Like most student experiences in the past 11 months, the annual GT Night at the Aquarium looked a little different this year. The event, hosted by the Student Center Programs Committee (SCPC), fell on the brisk evening of Feb. 19, and ran from 6 p.m. until 11 p.m.
Students were sold tickets with specific entry time slots in order to stagnate congestion, and the amount of tickets sold was very limited compared to
As students rushed to the entrance to escape the cold, they went through many common COVID-19 protocols.
Overhead announcements asked attendees to observe social distancing and signs on the ground denoted spots in line that were six feet apart.
Also, placards advocated for mask-wearing in the aquarium and hand sanitizer stations were provided throughout the event.
Additionally, an employee checked each person’s temperature before they were able to step in the building.
Every Georgia Aquarium employee and SCPC volunteer wore a mask, and the ticket handlers wore masks and gloves.
A stack of disposable masks laid on the tables in front of them for students to wear.
A separate, limited amount of tickets were also offered for two different dolphin shows at 6:50 p.m. and 8 p.m.
Two fourth-year BIO majors, Bianca McAlister and Detriana Edwards, were in the socially-distanced queue for the show.
“I think it’s pretty good,” McAlister said, when asked how she felt about the COVID protocols in place.
“It’s spaced out, there’s not a lot of people, there’s plexiglass in places necessary.”
As a GT Aquarium Night veteran and an employee of the Georgia Aquarium, McAlister also observed the low amount of traffic compared to previous years.
“[The aquarium]’s pretty big. I work here, and compared to a regular day when it’s literally packed, this is maybe one-fifth of the amount of people normally here,” she said.
Currently, tensions run high across the country as people are becoming more comfortable with hosting events with large groups of people.
In the case of aquarium night, while most other students did not hear of any criticism, Edwards shared that her and McAlister’s mutual friend was not happy about them attending the event.
“Some people [are uncomfortable], I guess just because it’s a confined area, it’s like … the stigma of being in a confined area,” said Edwards. “I think if our friend would have seen what it was like, she would have felt more comfortable.”
The general consensus with the event’s attendees was that the SCPC’s COVID protocols made them feel safe.
“It was the best they could have done given the circumstances,” said a first-year ME student.
“Everything that you have to touch is closed — the stingrays, the starfish — that’s probably the main difference I saw,” a first-year masters student said when comparing this year’s event to previous years.
“I think knowing that it’s a completely Georgia Tech event makes me feel a little bit better because I know that we have the surveillance testing.”
Some students had even received the vaccine before the aquarium event, a promising sign for future large-scale campus functions.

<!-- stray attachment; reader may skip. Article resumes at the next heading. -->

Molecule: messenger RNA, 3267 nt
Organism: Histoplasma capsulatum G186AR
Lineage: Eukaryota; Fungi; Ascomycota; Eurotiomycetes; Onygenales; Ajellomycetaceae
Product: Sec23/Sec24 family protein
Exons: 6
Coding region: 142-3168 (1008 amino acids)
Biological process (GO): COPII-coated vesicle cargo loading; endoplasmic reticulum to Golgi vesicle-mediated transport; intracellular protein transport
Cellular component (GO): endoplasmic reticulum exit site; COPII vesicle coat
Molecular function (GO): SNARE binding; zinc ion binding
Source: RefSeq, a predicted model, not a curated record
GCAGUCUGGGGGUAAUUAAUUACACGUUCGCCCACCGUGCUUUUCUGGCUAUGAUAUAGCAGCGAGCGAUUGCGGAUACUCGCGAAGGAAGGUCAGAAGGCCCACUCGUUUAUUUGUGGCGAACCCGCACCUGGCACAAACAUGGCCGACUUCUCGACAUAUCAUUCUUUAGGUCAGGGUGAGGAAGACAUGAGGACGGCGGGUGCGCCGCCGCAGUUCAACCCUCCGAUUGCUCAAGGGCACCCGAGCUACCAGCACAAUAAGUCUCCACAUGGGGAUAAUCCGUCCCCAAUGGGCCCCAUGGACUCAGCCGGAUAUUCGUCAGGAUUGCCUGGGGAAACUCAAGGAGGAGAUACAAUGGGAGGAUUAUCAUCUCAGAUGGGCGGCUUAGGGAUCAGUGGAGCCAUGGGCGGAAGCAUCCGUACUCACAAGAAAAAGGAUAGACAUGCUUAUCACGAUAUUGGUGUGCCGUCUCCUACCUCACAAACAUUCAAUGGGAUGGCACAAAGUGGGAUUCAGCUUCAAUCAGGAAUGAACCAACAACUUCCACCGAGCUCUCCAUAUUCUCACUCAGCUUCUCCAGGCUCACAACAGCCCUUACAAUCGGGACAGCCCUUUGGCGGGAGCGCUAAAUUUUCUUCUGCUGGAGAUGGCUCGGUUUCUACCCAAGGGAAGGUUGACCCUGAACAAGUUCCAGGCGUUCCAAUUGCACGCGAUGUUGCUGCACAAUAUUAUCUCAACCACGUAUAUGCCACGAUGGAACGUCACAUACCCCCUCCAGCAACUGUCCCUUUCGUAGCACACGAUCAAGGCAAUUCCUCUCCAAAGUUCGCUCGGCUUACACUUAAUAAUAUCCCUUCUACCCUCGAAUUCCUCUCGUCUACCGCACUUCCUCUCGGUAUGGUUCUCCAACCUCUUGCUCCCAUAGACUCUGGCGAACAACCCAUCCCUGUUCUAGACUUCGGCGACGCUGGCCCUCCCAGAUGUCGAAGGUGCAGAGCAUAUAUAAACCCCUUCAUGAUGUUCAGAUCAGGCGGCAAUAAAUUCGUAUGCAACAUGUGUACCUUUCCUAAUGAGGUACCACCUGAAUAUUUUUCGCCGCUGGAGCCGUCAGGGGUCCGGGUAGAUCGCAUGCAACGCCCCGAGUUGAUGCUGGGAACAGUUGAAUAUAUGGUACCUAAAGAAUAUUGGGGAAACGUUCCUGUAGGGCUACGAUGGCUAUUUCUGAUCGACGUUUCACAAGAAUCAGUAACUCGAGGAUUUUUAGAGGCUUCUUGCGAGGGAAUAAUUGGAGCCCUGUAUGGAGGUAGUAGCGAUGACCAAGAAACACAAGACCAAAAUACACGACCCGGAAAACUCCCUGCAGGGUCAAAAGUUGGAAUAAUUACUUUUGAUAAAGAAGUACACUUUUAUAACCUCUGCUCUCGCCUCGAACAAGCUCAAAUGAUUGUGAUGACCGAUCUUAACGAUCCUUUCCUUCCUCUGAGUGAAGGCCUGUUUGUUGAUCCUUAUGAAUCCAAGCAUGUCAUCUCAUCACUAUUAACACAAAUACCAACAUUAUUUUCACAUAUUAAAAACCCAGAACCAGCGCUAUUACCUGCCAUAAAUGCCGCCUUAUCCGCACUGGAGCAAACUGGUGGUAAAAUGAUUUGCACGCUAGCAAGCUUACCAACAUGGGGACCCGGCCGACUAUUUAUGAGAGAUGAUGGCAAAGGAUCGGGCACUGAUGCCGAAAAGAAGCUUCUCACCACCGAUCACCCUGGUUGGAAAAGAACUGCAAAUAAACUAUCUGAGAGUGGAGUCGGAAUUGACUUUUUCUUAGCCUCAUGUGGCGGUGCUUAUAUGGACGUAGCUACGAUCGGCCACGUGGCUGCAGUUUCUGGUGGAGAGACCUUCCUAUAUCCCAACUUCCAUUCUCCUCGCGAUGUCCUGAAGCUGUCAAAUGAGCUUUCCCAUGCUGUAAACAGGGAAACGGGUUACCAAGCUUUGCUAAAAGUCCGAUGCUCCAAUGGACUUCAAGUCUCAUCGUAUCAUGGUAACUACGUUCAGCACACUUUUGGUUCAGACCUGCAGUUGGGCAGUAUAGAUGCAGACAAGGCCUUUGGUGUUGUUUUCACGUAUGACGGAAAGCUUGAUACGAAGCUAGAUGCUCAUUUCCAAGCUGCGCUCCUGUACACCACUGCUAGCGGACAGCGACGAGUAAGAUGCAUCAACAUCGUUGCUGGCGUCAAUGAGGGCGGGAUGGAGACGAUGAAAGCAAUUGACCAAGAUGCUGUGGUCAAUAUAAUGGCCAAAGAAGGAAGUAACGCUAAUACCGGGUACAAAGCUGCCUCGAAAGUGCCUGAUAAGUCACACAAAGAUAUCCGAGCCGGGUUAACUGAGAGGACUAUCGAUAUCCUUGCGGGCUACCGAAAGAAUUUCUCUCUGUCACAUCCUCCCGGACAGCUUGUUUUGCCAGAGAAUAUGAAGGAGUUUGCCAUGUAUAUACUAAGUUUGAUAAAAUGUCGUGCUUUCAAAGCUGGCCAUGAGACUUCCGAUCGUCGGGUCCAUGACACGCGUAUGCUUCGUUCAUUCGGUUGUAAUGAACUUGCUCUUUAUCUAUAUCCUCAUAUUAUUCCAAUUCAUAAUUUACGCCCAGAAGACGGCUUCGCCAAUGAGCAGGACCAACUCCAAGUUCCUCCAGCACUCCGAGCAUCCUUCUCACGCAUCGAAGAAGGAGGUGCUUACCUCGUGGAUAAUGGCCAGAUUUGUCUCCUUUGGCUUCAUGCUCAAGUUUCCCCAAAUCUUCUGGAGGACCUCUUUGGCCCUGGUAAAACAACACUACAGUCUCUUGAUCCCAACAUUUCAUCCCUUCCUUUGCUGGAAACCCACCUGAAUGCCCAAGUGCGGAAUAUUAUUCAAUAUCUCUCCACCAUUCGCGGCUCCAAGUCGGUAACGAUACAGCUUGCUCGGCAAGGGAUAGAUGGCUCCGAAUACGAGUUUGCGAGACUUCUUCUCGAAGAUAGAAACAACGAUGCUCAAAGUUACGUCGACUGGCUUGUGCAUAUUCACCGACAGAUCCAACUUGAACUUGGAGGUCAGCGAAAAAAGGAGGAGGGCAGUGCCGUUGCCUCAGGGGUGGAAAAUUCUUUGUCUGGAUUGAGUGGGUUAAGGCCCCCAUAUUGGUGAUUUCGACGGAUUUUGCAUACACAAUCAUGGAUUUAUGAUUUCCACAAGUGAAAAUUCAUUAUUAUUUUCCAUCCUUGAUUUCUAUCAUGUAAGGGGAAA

“I got the first dose of Moderna because I’m in an EMS class, and [my friend, Avi Pearlman] has gotten both doses,” said Isha Perry, first-year neuroscience major.
The beginning of vaccine distribution, however, did not affect how safe they felt at the event.
“We feel fine either way being here because everyone gets tested. We get tested twice a week, everybody we know gets tested two times a week,” said Perry.
Other students expressed that there simply were not enough students that have received the vaccine to make a difference.
“I feel like I’ve seen a lot of people not wearing masks these days on campus, but I can’t tell if it’s because they just don’t want to or if they got the vaccine,” a first-year ME student said. “I don’t know, I don’t feel any safer with the vaccine.”
From the perspective of the students who were SCPC volunteers and workers at the event, Tech students were very good about following the rules they had set in place. A fourth-year SCPC volunteer working the tables was positive about student reception to events.
“I think after last semester and seeing how we handled the events, I think a lot of people have been really open to our events this semester,” the volunteer said.
“When [friends] ask me about it, I know the logistics, and I know we’re running way under capacity of what we normally could have here. I know that we’re safe, and the aquarium does a really good job at laying out all the rules.”
When asked if this kind of event could have been hosted last semester before vaccine distribution started, she answered, “I think what [stopped] us from doing an event like this last semester was just experience and just feeling it out.
We could have done Six Flags last semester, and we didn’t, just because we were very new to this event planning with the pandemic, and we didn’t want to do one to this scale.”
Two second-year SCPC volunteers spoke about their experience enforcing the protocols.
“If we were seeing someone who didn’t wear a mask, we told them to put on their mask.
We tell people to stand farther apart, even if they are roommates or friends.
We just want to enforce that and keep everyone safe,” said one of the volunteers.
Her fellow volunteer observed, “I volunteered before the dolphin show, which is a huge event here, and I was actually kind of surprised at how people actually properly wore their mask, properly distanced, and they were really easy to regulate, too.”
In the final hour of the fun-filled night at the aquarium, one of the second-year SCPC volunteers shared what makes them the most happy, saying, “I’ve had a lot of students here be like, ‘Oh, thank you so much for putting this on, we really love it,’ etc … and that makes it all worth it.”